Stem cells

Stem cells are a special type of cell, which under the right conditions can be encouraged to grow into any other type of cell in the body, including retinal cells (rods, cones and retinal pigment epithelial cells).

In lower vertebrates, such as frog and newts, the eye is able to repair itself after injury. Unfortunately, the human retina cannot repair itself. The mature photoreceptors and retinal pigment epithelial cells are unable to divide and produce replacement cells in the event of cell death.

Stem cell therapy for the eye involves taking either the stem cells themselves, or retinal cells which have been derived from stem cells, and transplanting them into the retina. The aim is that these cells will then replace damaged areas of the retina and start functioning as the original cells would have done to restore aspects of sight. Stem cells are currently under investigation in early phase clinical trials to determine their potential to repair areas of the retina where cells have otherwise been damaged or lost due to progressive retinal degeneration.

Should I go abroad for stem cell treatments?

Types of stem cell

Different stem cells exist at various time points during an individual’s lifespan, from conception to old age.

Broadly speaking, embryonic stem cells have the capability to generate any cell type in the body, while adult stem cells are often restricted to generating a certain tissue type e.g. heart muscle cells or liver cells.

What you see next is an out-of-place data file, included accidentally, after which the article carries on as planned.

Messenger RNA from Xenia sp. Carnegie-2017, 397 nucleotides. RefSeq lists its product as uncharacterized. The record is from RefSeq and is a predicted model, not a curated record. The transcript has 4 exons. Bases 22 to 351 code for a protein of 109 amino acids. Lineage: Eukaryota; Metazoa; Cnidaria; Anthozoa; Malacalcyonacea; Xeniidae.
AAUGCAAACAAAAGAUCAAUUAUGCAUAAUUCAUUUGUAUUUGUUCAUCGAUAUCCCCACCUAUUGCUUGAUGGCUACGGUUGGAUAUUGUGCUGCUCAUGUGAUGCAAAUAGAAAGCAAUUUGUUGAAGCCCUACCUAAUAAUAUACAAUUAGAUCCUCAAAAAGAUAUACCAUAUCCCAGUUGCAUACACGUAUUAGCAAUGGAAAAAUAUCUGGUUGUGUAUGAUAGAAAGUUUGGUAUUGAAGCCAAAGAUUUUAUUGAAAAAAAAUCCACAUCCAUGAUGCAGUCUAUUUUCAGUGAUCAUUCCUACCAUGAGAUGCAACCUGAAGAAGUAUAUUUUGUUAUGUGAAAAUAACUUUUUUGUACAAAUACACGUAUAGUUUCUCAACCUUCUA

More recently, scientists have found ways to turn an adult cell (usually skin) back into an embryonic-like stem cell. These are called induced pluripotential stem (iPS) cells and are playing an increasingly important role in many areas of medical research.\

iPS cells derived from the skin of somebody with inherited sight loss will contain the mutation that caused their retinal condition. If these iPS cells are persuaded to develop into retinal cells in the lab, researchers have an ideal cellular model for studying disease processes and experimenting with new treatments.

Gene editing techniques could be used to take this into clinical use, by correcting the mutation in the iPS-derived retinal cells and then transplanting them back into the eye to restore the damaged retina. However, the effectiveness of this approach has yet to be established.

Past developments in stem cell research

“Seeing with our skin” was created by Dr Mariya Moosajee, Consultant Ophthalmologist at Moorfields Eye Hospital and Senior Lecturer at UCL Institute of Ophthalmology, specialising in Genetic Eye Disease, and Meike Walcha-Lu, film-maker for the NIHR Moorfields BRC.

Stem cell treatment clinics

There are clinics and companies abroad offering stem cell treatments with a very high price tag. Currently stem cells are not approved as a treatment for the retina or optic nerve anywhere in the world, and at this time there is no scientific evidence or published results of previous clinical trials that support the use of these treatments.

With stem cell injections can come a risk of eye infections, further damage to the eye and even a risk of tumours in the eye. The therapies these companies are offering are likely to be unregulated and untested for safety and benefit. It would be considered ethically unjustified for specialists here in the UK to administer these procedures. They could do harm that might jeopardise the potential to benefit from other treatments in the future.